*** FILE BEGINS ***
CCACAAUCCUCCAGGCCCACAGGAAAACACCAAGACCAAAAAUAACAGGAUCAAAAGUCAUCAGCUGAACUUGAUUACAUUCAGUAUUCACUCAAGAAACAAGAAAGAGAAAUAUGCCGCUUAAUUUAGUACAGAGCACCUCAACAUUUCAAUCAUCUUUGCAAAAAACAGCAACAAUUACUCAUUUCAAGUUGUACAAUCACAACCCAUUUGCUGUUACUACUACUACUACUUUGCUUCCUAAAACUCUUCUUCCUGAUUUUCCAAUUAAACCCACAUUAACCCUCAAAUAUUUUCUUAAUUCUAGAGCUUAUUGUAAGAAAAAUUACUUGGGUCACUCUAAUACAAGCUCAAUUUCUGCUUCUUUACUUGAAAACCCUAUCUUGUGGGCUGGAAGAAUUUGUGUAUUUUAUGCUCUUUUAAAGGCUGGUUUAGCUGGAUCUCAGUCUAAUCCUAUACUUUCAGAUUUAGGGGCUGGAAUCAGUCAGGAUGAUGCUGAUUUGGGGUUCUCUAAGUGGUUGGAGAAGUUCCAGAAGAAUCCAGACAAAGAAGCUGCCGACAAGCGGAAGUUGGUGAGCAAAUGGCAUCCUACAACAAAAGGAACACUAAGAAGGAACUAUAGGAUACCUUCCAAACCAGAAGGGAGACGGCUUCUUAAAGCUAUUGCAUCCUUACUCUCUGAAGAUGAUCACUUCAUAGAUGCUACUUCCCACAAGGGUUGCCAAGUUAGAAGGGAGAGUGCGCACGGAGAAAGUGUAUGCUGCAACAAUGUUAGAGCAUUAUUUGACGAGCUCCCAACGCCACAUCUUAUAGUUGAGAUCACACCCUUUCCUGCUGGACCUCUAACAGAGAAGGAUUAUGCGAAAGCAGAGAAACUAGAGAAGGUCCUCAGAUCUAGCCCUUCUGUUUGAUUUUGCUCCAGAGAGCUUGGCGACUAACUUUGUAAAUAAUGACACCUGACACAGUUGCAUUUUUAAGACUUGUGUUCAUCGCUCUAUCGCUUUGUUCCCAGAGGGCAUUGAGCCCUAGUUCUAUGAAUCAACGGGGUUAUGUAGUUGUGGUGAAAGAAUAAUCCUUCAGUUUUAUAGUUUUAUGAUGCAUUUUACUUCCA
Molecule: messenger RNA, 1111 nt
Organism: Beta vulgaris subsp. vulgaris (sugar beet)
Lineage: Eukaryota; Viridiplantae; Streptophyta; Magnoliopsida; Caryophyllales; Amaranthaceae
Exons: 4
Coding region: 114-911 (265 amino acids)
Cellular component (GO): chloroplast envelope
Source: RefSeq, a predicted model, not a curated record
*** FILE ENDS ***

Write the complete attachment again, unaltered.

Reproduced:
CCACAAUCCUCCAGGCCCACAGGAAAACACCAAGACCAAAAAUAACAGGAUCAAAAGUCAUCAGCUGAACUUGAUUACAUUCAGUAUUCACUCAAGAAACAAGAAAGAGAAAUAUGCCGCUUAAUUUAGUACAGAGCACCUCAACAUUUCAAUCAUCUUUGCAAAAAACAGCAACAAUUACUCAUUUCAAGUUGUACAAUCACAACCCAUUUGCUGUUACUACUACUACUACUUUGCUUCCUAAAACUCUUCUUCCUGAUUUUCCAAUUAAACCCACAUUAACCCUCAAAUAUUUUCUUAAUUCUAGAGCUUAUUGUAAGAAAAAUUACUUGGGUCACUCUAAUACAAGCUCAAUUUCUGCUUCUUUACUUGAAAACCCUAUCUUGUGGGCUGGAAGAAUUUGUGUAUUUUAUGCUCUUUUAAAGGCUGGUUUAGCUGGAUCUCAGUCUAAUCCUAUACUUUCAGAUUUAGGGGCUGGAAUCAGUCAGGAUGAUGCUGAUUUGGGGUUCUCUAAGUGGUUGGAGAAGUUCCAGAAGAAUCCAGACAAAGAAGCUGCCGACAAGCGGAAGUUGGUGAGCAAAUGGCAUCCUACAACAAAAGGAACACUAAGAAGGAACUAUAGGAUACCUUCCAAACCAGAAGGGAGACGGCUUCUUAAAGCUAUUGCAUCCUUACUCUCUGAAGAUGAUCACUUCAUAGAUGCUACUUCCCACAAGGGUUGCCAAGUUAGAAGGGAGAGUGCGCACGGAGAAAGUGUAUGCUGCAACAAUGUUAGAGCAUUAUUUGACGAGCUCCCAACGCCACAUCUUAUAGUUGAGAUCACACCCUUUCCUGCUGGACCUCUAACAGAGAAGGAUUAUGCGAAAGCAGAGAAACUAGAGAAGGUCCUCAGAUCUAGCCCUUCUGUUUGAUUUUGCUCCAGAGAGCUUGGCGACUAACUUUGUAAAUAAUGACACCUGACACAGUUGCAUUUUUAAGACUUGUGUUCAUCGCUCUAUCGCUUUGUUCCCAGAGGGCAUUGAGCCCUAGUUCUAUGAAUCAACGGGGUUAUGUAGUUGUGGUGAAAGAAUAAUCCUUCAGUUUUAUAGUUUUAUGAUGCAUUUUACUUCCA
Molecule: messenger RNA, 1111 nt
Organism: Beta vulgaris subsp. vulgaris (sugar beet)
Lineage: Eukaryota; Viridiplantae; Streptophyta; Magnoliopsida; Caryophyllales; Amaranthaceae
Exons: 4
Coding region: 114-911 (265 amino acids)
Cellular component (GO): chloroplast envelope
Source: RefSeq, a predicted model, not a curated record